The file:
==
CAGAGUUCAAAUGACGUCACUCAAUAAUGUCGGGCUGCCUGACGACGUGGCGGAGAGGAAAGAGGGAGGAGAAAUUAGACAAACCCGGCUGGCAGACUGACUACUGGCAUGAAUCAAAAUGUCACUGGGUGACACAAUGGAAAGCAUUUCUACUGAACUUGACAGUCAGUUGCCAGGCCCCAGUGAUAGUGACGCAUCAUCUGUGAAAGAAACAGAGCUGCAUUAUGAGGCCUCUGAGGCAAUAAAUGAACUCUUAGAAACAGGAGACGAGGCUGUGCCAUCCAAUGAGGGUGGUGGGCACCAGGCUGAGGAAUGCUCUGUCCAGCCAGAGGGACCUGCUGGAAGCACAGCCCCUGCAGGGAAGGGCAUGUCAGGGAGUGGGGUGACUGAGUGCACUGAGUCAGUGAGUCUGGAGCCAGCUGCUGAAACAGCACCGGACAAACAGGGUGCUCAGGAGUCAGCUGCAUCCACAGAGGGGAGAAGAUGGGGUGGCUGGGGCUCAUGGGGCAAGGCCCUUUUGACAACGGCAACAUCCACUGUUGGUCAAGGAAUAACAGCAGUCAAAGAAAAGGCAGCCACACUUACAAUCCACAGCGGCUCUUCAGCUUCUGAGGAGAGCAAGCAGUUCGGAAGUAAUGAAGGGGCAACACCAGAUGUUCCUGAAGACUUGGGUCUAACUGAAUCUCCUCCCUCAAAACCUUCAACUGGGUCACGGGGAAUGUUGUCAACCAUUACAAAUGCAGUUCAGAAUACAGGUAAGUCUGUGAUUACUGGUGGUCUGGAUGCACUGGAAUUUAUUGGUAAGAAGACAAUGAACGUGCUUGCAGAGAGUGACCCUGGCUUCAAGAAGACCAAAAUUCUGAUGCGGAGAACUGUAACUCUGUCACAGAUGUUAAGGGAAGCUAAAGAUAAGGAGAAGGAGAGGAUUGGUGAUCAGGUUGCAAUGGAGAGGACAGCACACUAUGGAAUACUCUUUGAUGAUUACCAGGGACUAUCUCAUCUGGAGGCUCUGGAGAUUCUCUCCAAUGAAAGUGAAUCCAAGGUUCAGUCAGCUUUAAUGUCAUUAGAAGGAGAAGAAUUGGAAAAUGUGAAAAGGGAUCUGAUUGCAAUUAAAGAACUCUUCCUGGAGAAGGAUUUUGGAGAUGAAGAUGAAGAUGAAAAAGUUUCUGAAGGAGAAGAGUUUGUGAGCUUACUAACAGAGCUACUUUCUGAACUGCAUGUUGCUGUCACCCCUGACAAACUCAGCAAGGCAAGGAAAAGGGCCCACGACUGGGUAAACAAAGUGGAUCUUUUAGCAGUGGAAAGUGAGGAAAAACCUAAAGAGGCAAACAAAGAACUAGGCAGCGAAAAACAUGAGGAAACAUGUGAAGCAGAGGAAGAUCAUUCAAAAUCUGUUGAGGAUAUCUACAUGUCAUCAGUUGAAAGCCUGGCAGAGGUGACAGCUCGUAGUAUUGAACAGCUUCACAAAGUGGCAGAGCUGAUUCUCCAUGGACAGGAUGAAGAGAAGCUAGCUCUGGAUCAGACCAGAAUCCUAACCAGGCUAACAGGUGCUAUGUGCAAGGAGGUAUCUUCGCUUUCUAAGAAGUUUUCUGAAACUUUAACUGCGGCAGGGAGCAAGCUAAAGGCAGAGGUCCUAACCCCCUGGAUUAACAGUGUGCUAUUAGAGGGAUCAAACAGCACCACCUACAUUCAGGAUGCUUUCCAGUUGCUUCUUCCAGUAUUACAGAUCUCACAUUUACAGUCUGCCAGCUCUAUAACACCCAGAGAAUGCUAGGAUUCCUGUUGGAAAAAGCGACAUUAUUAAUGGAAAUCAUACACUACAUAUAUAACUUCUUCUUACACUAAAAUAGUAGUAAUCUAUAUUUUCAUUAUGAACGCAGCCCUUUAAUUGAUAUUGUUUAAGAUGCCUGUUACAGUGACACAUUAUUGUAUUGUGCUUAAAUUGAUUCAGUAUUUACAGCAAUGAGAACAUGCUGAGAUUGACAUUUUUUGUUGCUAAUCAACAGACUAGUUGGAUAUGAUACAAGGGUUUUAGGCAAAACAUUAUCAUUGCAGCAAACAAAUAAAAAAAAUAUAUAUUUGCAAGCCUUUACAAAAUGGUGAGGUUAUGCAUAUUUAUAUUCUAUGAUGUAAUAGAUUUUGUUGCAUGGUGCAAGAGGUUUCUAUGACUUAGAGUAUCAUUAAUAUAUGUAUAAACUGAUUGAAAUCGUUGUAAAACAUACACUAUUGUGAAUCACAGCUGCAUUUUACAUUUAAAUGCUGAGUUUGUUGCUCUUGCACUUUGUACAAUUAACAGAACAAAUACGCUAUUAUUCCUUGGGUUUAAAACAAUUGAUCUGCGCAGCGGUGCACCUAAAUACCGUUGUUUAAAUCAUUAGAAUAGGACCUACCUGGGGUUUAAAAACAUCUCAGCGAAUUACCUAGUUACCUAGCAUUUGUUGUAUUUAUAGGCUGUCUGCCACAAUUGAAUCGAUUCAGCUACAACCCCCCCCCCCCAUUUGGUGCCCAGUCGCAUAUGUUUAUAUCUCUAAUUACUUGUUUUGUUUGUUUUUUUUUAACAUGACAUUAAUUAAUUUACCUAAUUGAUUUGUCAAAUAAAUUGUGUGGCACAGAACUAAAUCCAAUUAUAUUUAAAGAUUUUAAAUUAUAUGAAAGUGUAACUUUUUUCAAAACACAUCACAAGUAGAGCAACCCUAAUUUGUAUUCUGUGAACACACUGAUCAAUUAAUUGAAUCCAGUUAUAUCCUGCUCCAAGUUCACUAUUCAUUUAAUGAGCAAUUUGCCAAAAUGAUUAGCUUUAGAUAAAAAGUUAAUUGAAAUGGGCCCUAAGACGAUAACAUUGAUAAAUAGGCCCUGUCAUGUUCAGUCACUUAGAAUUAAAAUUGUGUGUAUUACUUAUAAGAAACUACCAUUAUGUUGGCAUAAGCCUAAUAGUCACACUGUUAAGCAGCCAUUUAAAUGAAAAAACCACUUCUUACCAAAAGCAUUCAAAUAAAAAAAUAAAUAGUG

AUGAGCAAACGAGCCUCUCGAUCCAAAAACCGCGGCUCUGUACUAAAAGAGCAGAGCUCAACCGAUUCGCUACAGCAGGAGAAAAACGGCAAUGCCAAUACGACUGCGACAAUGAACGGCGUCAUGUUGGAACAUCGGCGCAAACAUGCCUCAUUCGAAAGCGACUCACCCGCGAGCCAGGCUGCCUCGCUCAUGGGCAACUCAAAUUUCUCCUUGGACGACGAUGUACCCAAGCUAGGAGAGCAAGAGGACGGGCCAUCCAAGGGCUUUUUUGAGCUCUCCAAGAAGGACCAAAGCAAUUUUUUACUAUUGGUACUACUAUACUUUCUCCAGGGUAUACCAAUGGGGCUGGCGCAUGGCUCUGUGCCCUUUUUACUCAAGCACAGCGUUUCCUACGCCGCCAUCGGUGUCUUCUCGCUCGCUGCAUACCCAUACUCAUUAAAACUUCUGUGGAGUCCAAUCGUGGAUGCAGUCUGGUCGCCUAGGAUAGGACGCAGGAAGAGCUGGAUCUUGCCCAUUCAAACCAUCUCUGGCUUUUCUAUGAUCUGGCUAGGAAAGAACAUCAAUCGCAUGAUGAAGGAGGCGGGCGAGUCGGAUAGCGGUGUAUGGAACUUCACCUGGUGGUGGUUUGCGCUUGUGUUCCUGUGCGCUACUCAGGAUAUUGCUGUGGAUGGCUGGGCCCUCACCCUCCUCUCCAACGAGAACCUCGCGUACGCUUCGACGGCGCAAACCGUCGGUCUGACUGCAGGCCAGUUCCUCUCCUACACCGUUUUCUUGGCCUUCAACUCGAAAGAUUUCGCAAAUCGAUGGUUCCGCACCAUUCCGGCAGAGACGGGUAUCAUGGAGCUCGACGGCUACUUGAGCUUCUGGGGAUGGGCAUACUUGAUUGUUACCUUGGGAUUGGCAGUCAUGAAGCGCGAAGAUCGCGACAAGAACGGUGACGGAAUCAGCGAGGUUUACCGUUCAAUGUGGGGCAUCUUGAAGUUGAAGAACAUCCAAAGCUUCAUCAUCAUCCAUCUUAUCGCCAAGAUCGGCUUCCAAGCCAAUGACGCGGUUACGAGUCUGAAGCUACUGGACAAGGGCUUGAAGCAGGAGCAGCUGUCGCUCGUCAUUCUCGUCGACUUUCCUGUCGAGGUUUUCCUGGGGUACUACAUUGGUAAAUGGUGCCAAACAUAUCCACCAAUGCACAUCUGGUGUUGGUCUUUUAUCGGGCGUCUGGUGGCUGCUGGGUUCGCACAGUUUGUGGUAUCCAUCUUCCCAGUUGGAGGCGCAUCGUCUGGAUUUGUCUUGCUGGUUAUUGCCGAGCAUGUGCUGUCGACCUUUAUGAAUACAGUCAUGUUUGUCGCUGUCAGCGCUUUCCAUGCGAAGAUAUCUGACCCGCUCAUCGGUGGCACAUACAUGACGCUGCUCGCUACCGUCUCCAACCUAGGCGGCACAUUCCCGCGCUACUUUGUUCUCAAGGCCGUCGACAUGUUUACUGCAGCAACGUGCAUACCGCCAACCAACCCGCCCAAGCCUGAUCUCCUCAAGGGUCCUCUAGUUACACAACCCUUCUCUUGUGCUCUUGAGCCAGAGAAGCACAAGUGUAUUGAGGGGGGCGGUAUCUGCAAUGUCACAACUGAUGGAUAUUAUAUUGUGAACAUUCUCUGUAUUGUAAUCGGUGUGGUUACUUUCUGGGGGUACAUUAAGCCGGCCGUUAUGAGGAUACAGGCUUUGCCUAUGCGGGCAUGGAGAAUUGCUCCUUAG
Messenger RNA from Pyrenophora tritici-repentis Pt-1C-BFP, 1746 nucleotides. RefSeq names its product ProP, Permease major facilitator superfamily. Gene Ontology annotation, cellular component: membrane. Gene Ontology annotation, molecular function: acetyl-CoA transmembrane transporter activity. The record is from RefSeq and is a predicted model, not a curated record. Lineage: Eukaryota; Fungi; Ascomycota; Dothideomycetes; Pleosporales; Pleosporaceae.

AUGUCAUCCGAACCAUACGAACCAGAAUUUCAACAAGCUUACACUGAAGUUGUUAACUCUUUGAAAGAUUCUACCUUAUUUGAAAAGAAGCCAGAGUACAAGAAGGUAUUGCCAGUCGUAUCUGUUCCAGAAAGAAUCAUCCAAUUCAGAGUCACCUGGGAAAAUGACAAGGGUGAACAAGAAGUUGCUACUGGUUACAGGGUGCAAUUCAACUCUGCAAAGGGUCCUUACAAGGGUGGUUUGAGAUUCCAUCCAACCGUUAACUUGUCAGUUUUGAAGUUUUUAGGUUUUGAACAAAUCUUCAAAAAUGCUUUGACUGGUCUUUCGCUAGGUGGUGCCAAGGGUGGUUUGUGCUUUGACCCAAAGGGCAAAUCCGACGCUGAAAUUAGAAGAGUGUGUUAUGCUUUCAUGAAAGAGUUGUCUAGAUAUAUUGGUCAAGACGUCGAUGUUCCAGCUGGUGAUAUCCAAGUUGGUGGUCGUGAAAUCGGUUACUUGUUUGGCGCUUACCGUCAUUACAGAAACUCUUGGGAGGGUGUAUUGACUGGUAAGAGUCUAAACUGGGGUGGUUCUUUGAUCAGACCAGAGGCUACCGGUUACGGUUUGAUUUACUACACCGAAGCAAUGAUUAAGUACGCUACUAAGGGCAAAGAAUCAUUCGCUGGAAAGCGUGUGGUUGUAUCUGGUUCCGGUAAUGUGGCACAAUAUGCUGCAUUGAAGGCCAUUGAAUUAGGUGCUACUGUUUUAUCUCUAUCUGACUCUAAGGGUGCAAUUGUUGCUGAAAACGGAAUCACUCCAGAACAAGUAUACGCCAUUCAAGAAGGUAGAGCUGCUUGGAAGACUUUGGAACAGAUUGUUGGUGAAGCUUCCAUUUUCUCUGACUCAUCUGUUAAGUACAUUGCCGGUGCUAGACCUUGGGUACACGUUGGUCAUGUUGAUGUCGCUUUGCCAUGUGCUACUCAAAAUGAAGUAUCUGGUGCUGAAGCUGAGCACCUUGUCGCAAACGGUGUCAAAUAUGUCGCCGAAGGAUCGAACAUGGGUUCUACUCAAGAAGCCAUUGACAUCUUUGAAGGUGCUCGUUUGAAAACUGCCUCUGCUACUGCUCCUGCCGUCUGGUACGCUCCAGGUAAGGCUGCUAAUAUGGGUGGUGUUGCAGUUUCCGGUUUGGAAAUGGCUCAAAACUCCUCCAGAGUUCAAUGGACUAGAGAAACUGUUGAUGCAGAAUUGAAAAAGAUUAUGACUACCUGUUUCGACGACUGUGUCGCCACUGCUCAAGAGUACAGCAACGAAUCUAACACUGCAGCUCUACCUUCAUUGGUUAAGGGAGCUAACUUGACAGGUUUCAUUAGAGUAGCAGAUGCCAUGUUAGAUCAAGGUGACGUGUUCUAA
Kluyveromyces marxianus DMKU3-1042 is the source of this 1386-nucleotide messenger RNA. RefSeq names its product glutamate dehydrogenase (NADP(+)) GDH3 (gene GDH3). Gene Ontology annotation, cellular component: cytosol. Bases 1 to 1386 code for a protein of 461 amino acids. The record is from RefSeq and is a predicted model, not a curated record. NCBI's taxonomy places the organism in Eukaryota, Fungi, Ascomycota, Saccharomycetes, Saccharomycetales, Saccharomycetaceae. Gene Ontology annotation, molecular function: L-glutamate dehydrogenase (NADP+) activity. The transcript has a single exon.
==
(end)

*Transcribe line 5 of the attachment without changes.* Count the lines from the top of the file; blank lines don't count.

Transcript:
Kluyveromyces marxianus DMKU3-1042 is the source of this 1386-nucleotide messenger RNA. RefSeq names its product glutamate dehydrogenase (NADP(+)) GDH3 (gene GDH3). Gene Ontology annotation, cellular component: cytosol. Bases 1 to 1386 code for a protein of 461 amino acids. The record is from RefSeq and is a predicted model, not a curated record. NCBI's taxonomy places the organism in Eukaryota, Fungi, Ascomycota, Saccharomycetes, Saccharomycetales, Saccharomycetaceae. Gene Ontology annotation, molecular function: L-glutamate dehydrogenase (NADP+) activity. The transcript has a single exon.